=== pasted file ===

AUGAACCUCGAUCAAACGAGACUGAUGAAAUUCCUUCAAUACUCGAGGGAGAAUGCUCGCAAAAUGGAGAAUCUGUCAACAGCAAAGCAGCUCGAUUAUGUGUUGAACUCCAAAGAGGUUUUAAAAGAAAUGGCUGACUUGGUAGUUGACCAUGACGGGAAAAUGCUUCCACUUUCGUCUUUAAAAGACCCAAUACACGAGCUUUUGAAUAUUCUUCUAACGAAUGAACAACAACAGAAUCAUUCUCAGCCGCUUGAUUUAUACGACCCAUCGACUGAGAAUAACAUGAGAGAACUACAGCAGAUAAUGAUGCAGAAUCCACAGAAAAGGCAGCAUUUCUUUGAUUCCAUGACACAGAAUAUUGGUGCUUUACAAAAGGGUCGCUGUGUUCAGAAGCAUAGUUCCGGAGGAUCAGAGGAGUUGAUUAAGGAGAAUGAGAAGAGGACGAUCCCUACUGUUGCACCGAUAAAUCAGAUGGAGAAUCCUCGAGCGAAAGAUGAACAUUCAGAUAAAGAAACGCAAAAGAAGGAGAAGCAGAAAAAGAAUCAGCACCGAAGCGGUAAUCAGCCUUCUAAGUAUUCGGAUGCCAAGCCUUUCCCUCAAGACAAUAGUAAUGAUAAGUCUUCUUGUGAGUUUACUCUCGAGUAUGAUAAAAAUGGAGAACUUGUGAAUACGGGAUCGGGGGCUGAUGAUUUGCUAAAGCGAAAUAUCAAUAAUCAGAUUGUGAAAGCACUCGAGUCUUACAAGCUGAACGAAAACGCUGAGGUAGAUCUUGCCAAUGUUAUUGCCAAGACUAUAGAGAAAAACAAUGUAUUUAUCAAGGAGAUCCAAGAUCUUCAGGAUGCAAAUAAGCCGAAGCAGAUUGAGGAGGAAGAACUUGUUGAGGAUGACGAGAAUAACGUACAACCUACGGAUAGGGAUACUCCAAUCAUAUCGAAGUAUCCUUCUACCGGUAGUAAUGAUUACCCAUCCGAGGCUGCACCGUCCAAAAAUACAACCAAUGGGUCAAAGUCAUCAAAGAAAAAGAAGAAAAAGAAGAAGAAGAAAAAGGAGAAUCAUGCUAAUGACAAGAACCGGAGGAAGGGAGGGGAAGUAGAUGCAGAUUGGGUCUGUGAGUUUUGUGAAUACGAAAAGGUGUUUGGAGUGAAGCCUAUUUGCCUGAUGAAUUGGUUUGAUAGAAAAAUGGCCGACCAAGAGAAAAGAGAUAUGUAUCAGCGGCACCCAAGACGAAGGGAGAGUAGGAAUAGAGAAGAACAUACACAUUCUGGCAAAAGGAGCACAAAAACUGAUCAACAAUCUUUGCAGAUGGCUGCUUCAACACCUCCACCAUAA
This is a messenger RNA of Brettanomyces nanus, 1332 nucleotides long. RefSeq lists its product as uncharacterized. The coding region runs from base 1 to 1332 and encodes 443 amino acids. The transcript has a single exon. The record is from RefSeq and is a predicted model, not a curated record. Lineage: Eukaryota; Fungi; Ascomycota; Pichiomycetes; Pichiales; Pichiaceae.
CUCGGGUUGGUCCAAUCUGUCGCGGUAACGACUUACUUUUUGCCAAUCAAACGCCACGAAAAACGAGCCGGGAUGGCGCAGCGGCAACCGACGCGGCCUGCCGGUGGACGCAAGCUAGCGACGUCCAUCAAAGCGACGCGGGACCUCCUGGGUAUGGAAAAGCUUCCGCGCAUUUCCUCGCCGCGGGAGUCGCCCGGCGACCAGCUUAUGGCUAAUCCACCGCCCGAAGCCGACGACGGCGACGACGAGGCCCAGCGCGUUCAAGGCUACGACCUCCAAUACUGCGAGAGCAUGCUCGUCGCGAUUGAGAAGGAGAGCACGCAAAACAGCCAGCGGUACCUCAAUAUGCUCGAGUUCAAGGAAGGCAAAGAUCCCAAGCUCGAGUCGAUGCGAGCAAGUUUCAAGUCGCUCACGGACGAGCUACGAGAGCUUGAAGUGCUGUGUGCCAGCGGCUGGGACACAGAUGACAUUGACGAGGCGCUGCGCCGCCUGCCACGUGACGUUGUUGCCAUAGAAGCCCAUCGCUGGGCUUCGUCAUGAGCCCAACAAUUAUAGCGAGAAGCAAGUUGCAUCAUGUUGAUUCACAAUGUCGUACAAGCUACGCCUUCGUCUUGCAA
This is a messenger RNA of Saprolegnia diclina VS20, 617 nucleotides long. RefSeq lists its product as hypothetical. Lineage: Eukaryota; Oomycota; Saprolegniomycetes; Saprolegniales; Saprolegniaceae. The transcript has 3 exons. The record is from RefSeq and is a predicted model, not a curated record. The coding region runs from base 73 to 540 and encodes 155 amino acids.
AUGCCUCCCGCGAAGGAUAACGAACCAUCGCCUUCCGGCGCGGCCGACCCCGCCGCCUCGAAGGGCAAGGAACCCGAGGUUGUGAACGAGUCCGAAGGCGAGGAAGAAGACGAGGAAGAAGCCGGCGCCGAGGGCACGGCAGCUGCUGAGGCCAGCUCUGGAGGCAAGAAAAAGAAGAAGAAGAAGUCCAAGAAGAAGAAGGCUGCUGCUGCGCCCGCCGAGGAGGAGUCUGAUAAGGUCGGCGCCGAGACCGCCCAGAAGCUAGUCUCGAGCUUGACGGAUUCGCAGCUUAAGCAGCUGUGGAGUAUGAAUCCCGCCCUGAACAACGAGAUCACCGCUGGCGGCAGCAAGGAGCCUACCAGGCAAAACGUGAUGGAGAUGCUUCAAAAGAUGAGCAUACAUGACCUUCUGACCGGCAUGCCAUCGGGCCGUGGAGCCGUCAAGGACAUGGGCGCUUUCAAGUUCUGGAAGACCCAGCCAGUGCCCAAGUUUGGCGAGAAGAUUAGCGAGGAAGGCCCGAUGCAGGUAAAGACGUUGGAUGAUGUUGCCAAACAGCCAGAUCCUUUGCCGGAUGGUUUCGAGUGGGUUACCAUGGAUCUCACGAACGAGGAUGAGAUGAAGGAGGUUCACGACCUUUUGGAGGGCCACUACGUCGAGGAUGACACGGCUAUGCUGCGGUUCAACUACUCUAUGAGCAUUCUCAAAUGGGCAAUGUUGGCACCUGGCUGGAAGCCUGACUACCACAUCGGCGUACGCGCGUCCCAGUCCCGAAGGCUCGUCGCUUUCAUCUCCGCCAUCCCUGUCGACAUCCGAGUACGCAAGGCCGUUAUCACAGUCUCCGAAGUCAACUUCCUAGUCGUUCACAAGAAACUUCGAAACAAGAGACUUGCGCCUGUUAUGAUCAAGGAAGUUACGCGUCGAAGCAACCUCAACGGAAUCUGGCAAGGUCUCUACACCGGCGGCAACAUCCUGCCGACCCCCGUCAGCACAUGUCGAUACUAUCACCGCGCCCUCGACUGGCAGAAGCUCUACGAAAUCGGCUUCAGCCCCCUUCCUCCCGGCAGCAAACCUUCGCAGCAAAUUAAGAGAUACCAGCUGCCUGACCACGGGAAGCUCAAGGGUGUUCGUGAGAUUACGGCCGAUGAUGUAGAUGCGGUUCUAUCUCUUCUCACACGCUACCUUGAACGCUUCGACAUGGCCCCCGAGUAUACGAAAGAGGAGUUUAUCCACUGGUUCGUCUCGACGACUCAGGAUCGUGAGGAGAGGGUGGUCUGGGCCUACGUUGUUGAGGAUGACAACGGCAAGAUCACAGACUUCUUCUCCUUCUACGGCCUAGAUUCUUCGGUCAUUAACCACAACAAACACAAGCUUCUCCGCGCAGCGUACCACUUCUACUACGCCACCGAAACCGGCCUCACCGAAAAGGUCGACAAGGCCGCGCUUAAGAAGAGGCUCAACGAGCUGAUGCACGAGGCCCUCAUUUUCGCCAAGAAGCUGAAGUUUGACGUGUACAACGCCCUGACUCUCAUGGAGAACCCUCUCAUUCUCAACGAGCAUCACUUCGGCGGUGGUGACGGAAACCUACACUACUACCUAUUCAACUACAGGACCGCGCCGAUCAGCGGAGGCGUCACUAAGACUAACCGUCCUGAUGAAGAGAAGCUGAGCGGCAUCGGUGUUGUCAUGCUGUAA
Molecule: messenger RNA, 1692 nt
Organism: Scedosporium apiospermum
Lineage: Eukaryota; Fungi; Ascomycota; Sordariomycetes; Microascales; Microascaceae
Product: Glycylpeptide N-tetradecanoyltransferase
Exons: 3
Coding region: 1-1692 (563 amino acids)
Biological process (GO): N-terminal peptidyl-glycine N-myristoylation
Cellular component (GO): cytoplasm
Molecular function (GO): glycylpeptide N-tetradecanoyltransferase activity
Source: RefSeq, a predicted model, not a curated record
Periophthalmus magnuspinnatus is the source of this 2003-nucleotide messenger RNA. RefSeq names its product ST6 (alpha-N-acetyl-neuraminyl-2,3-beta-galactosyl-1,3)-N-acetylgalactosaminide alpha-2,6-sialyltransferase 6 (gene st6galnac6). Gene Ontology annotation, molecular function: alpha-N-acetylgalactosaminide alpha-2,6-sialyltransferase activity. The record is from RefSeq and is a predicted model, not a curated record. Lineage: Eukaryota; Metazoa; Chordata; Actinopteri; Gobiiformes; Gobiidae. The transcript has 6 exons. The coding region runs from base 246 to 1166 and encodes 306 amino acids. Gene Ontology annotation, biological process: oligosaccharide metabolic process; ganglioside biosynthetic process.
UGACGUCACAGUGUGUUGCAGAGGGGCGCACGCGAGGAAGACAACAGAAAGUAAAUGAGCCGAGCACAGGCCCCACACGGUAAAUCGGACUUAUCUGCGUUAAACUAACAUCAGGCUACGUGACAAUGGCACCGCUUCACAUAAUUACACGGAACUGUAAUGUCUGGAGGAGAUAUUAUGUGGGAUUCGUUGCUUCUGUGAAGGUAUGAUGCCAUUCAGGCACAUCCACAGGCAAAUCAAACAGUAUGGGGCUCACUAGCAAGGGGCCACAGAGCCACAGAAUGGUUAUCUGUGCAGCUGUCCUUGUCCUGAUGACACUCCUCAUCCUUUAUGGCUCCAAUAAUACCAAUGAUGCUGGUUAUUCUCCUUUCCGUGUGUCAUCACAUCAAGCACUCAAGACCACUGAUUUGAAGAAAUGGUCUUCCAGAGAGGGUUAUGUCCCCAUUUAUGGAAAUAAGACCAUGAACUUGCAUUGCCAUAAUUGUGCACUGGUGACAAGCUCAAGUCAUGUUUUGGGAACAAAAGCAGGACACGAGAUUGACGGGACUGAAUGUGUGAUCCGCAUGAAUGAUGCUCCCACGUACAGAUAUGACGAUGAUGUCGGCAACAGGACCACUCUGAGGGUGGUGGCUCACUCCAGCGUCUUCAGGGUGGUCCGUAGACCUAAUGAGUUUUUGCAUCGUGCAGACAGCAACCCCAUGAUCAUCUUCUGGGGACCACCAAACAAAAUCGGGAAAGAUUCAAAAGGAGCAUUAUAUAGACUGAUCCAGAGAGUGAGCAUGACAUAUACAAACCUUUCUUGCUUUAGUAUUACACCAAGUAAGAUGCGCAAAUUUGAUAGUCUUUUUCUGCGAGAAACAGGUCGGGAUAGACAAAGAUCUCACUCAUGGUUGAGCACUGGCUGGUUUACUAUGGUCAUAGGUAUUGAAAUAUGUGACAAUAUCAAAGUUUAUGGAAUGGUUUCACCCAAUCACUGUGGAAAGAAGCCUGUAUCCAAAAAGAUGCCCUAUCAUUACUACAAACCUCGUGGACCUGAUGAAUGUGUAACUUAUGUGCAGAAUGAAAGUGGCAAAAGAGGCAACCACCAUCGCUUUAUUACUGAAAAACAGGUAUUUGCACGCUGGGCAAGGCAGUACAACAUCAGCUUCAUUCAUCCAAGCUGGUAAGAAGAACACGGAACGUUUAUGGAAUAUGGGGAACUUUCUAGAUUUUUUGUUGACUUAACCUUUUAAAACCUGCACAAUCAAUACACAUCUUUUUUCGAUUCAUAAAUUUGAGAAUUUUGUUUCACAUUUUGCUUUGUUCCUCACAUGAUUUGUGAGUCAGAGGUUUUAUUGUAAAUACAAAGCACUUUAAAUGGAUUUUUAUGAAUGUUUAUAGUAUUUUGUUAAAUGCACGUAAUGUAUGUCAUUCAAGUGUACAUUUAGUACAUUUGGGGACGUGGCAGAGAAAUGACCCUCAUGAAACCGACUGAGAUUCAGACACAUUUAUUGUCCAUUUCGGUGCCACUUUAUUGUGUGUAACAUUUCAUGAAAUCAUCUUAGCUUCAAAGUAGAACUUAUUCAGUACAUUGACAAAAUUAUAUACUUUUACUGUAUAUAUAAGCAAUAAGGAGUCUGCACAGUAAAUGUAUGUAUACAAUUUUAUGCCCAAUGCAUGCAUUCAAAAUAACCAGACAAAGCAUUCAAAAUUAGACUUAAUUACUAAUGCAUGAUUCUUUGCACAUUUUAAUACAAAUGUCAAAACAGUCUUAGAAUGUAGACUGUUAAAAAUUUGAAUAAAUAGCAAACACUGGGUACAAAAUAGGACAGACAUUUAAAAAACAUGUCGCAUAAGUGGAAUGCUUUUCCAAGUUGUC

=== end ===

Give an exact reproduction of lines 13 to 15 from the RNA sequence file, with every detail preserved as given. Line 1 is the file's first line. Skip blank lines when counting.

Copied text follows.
Cellular component (GO): cytoplasm
Molecular function (GO): glycylpeptide N-tetradecanoyltransferase activity
Source: RefSeq, a predicted model, not a curated record